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What is Teleconnection?

March 19, 2015 11:27 AM |



Teleconnection is defined as the linkage between weather changes occurring in widely separated regions of the globe. Elaborating further, it means if one atmospheric element decreases or increases in one part of the world, as a consequence another element may decrease or increase in a faraway part of the world.

El Nino and La Nina

The most talked about example of teleconnection is El Nino or La Nina phenomenon. El Nino event occurs when the Oceanic waters on the coast of Peru and Equador warms up abnormally. The consequences could be a weak monsoon over the Indian sub-continent. In this case the converse is also true, i.e. a La Nina event signifies a normal monsoon.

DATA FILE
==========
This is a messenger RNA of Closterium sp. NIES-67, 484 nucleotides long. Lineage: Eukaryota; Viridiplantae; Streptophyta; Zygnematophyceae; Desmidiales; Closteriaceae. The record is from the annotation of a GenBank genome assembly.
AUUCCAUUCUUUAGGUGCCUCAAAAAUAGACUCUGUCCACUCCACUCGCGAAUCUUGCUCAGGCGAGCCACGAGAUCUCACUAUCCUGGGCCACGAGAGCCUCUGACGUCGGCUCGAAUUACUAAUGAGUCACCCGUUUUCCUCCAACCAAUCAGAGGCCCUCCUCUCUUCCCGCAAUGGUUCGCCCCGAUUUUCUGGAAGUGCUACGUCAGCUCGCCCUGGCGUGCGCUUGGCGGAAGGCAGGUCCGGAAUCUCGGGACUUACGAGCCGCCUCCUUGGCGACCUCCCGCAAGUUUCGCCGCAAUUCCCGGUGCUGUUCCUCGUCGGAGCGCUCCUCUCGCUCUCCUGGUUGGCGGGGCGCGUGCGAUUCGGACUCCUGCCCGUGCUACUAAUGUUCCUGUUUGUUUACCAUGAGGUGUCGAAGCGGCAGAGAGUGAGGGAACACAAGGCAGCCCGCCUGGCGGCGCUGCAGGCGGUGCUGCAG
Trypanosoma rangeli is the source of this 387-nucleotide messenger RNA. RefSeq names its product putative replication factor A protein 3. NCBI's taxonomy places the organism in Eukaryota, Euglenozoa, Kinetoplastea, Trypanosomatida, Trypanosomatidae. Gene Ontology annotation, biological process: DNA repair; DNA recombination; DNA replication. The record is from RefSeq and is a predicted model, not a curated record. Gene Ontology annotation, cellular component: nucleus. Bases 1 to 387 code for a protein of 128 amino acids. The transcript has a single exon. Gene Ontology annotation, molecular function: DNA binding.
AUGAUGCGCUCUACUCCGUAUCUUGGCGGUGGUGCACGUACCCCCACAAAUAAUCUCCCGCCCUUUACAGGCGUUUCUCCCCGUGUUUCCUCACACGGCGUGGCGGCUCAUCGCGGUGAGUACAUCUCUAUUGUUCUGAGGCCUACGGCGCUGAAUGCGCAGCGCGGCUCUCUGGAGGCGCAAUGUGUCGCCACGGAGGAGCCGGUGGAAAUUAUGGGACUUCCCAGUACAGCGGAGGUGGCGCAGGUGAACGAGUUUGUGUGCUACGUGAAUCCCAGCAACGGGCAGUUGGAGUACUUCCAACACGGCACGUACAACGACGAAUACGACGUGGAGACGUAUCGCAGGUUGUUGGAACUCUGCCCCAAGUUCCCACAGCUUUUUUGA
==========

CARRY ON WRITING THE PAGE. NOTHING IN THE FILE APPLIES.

Origin of Teleconnection

British meteorologist Sir Gilbert Walker first noted teleconnections in the late 19th century, through computation of the correlation between time series of atmospheric pressure, temperature and rainfall.

Though aerosol concentrations or density of pollutants in a particular place does affect rain and other forms of precipitation in faraway parts of the world, it is still to be accepted as teleconnections.

Thus, we can conclude that teleconnection is simply a theory of atmospheric science that refers to climate anomalies being related to each other at large distances, typically thousands of kilometres.


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